Colorado Senate revises HB 1193 to focus on Use Tax Reporting

The Colorado Senate has revised HB 1193 quite dramatically.

The Good News: It no longer appears to be targeting affiliate marketing.

The Bad News: It makes no mention of conforming to the Streamlined Sales and Use Tax Agreement. In fact, it now goes into extraordinary detail asserting jurisdictional authority over out-of-state businesses.

Specifically, it states that any out-of-state business which does not voluntarily collect and remit Colorado sales tax must:

  1. Notify each Colorado customer that sales or use tax is due on all purchases from the business, and the purchaser must specifically file a sales or use tax return with the Colorado Department of Revenue. Failure to deliver this notification will subject that out-of-state business to a $5 penalty for each failure to notify.
  2. Send separately to each Colorado customer (by actual First-Class Mail by itself in an envelope labeled “Important Tax Document Enclosed”) an end-of-year summary showing the total amount paid by the customer for all purchases over the past year to that business, and reminding the customer again of their obligation to file a sales or use tax return and pay the appropriate use tax for all such purchases.
  3. Send to the Colorado Department of Revenue (by March 1 of each year) a statement detailing each Colorado customers purchasing activities during the preceding calendar year. Failure to send this statement shall subject the out-of-state business to a $10 penalty for each purchaser which should have been included in such annual statement.

There is also a fair amount of language devoted toward empowering the Colorado Department of Revenue the right to issue subpoena requiring attendance to take oral or written testimony under oath, and to produce all records relating to sales to Colorado residents, along with authorization for judicial enforcement and ability to order judgment against the retailer for contempt.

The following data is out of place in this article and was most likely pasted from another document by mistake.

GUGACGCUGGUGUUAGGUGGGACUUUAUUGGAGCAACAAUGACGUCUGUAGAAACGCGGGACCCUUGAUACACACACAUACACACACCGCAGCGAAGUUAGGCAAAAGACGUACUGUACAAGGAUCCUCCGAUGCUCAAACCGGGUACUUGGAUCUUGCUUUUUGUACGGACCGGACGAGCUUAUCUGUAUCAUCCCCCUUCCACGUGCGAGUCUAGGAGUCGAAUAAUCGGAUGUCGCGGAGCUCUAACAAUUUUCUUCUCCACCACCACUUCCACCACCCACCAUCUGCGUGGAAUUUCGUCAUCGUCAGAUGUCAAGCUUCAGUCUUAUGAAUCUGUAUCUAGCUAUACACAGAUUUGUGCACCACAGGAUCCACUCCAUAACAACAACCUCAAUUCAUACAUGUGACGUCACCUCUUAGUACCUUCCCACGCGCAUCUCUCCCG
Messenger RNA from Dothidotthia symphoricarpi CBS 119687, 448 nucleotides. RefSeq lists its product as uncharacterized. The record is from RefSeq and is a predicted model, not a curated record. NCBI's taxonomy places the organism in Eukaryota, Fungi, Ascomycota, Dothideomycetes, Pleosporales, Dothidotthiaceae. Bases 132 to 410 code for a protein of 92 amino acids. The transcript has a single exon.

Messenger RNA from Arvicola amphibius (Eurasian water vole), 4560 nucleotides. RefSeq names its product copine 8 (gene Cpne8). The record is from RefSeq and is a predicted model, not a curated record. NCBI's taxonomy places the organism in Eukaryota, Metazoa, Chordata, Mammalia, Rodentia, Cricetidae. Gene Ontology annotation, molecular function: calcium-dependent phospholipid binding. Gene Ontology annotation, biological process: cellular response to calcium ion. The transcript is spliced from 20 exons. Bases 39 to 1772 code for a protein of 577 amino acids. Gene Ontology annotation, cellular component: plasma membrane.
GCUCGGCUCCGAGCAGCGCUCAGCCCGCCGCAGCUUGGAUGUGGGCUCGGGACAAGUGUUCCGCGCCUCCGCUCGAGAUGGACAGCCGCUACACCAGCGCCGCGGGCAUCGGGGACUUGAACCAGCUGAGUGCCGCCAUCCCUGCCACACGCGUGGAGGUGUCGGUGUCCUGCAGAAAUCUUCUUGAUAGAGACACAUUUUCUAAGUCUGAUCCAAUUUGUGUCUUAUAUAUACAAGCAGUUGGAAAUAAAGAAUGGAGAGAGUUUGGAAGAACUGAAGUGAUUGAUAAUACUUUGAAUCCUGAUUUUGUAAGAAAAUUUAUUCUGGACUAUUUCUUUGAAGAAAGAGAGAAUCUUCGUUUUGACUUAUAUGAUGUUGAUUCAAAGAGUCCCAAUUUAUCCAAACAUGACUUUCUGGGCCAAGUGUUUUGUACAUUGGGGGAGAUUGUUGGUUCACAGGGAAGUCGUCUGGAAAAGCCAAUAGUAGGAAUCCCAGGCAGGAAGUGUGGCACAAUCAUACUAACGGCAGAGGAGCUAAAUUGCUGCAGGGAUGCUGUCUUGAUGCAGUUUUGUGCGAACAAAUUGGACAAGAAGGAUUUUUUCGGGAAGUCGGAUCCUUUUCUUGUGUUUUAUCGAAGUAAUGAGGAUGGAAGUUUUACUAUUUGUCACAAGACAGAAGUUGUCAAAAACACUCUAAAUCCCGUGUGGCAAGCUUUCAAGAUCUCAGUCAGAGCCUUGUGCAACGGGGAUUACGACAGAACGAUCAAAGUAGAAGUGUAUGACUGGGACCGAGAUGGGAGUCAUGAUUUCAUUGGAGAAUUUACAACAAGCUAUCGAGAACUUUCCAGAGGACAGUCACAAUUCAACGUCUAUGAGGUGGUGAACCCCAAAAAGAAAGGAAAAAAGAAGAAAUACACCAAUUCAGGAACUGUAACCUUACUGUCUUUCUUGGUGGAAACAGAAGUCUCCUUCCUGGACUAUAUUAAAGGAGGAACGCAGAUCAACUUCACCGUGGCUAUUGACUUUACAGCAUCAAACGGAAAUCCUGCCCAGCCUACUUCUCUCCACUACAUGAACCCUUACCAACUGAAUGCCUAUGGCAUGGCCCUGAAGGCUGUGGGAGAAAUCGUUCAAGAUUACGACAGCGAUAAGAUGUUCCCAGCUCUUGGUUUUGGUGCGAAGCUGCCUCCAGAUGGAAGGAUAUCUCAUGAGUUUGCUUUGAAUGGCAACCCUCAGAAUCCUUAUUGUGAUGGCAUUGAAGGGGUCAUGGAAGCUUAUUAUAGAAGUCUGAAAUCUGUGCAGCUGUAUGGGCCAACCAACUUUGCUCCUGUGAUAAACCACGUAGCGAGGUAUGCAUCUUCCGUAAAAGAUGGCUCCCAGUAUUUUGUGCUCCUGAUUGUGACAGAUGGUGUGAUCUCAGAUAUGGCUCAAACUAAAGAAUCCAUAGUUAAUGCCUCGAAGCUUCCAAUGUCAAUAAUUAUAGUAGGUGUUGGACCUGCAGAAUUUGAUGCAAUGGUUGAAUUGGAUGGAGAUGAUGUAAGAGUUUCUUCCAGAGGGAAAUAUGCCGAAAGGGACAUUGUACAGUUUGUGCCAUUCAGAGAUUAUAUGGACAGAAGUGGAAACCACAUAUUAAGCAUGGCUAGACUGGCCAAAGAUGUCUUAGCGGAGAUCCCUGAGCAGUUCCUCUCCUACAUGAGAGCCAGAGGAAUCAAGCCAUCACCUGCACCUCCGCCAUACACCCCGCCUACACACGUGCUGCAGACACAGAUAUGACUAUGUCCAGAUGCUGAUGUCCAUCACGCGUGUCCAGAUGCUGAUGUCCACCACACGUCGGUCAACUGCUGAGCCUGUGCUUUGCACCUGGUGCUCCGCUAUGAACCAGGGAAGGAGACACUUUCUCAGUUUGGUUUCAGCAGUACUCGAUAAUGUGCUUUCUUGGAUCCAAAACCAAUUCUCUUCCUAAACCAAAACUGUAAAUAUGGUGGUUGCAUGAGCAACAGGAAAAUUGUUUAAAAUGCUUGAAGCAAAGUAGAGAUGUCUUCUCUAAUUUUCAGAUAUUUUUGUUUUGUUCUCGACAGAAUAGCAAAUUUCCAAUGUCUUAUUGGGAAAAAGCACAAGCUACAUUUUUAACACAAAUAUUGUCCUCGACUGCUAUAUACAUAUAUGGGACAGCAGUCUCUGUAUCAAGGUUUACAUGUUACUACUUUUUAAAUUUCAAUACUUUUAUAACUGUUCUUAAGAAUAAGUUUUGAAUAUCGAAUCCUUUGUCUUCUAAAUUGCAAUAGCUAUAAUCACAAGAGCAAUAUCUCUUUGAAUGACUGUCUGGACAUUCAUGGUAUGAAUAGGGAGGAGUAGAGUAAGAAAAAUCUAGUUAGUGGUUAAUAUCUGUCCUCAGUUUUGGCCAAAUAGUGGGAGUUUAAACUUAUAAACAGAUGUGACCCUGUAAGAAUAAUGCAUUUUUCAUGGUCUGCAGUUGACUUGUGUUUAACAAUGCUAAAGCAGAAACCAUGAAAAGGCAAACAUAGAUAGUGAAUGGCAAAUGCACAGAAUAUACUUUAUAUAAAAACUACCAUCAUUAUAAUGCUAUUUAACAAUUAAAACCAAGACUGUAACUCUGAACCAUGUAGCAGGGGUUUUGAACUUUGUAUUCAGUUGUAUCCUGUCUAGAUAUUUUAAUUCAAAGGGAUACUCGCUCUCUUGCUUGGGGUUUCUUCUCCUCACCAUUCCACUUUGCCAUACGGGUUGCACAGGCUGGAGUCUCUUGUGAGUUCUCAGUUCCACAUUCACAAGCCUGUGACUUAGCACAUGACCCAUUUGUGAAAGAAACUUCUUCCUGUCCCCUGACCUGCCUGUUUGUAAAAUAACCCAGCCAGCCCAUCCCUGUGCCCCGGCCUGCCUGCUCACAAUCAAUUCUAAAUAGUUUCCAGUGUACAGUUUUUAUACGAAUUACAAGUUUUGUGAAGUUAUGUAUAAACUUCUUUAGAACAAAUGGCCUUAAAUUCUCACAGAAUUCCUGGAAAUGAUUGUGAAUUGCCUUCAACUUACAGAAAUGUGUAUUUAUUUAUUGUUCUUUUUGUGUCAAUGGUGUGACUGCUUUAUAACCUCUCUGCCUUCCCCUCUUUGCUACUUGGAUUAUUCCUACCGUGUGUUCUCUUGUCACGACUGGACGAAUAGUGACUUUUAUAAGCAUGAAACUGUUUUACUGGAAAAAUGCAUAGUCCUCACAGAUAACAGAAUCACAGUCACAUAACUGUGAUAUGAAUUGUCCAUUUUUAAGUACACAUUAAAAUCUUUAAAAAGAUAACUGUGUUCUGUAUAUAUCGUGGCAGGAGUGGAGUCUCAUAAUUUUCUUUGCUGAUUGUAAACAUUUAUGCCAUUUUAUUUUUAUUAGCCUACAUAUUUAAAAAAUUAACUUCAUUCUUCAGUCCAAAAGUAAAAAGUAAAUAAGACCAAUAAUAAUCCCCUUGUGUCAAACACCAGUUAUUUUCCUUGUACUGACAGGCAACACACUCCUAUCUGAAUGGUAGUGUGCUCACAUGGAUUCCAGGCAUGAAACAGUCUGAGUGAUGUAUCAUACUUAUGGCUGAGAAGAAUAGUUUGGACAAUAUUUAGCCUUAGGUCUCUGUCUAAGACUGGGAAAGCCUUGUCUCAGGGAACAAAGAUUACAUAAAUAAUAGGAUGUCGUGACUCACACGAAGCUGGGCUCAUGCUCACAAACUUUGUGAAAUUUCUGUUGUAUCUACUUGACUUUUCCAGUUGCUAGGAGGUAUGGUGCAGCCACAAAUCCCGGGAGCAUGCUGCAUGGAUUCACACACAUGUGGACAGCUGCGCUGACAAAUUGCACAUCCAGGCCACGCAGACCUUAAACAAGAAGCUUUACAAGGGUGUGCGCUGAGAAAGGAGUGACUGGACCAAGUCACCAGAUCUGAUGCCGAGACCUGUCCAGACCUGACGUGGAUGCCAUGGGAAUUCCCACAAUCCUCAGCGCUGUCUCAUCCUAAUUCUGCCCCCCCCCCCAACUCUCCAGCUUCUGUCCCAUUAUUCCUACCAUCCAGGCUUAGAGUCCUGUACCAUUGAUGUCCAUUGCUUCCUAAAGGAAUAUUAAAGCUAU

Holy burden building batman!

Now instead of businesses cancelling their affiliate programs in Colorado, businesses may just suspend all sales efforts in Colorado.

Please Colorado legislators – can we have a few minutes of your time to discuss this matter?

UPDATE 3/2/2010 – This was signed into LAW last week (on Feb. 24th) by the Governor of the State of Colorado.

2 Responses to Colorado Senate revises HB 1193 to focus on Use Tax Reporting

  1. Regarding HB 1193, there seems to be some confusion and debate among tax practitioners regarding the following:

    Do the notice requirements only apply to remote retailers that do not collect sales tax, and are part of a controlled group of corporations that contains a retailer with a physical presence in Colorado?

    Or do the notice requirements apply to all retailers that sell into Colorado regardless of nexus, and regardless if the remote retailer has an affiliate with a physical presence in Colorado?

    Can the state impose information reporting requirements on remote retailers that lack nexus on their own just because an affiliate has nexus, if the affiliate does not act or represent the remote retailer in any way?

    Are remote retailers that sell less than $100,000 to Colorado purchasers in a year, exempt from the notification and filing requirements? (The emergency regulations provide for this exemption; the legislation does not.)

    What do you think?

    Thanks.

    • Fed-Tax.net says:

      Good afternoon Mr. Strahle,

      First we must advise that we are NOT tax counsel, and you should seek specific clarification from your own accountants and counsel. Having said that, we can give you our interpretation based upon your questions:

      First, these new reporting and notice requirements apply to ALL sellers who choose to NOT specifically register and begin collecting and remitting sales tax on sales to Colorado purchasers.

      Next, these new reporting and notice requirements have nothing to do with local Colorado affiliates, or any constructed or presumed nexus provisions as are being pursued by several other states.

      Finally, yes, there is a threshold – you do not have to report or provide notices unless you process more than $100,000 worth of sales to Colorado purchasers. HOWEVER, how are you to know if or when you will cross that threshold? Perhaps you could simply do nothing, and then suspend all sales to Colorado purchasers once your sales volume gets to $99,999, and then wait until your 12 month look back has moved forward by a month, then you could resume sales until you reach that ceiling again. Not likely a good solution. So, if you expect you will get anywhere close to the threshold, you should immediately implement notice mechanisms, and prepare for the annual statements to purchasers, and accounting reports to the Colorado Dept. of Revenue.

      Once again, these are simply our thoughts; you should review the situation with your own counsel, and make your plans based upon their best advice.

      Thank you for your well considered questions!

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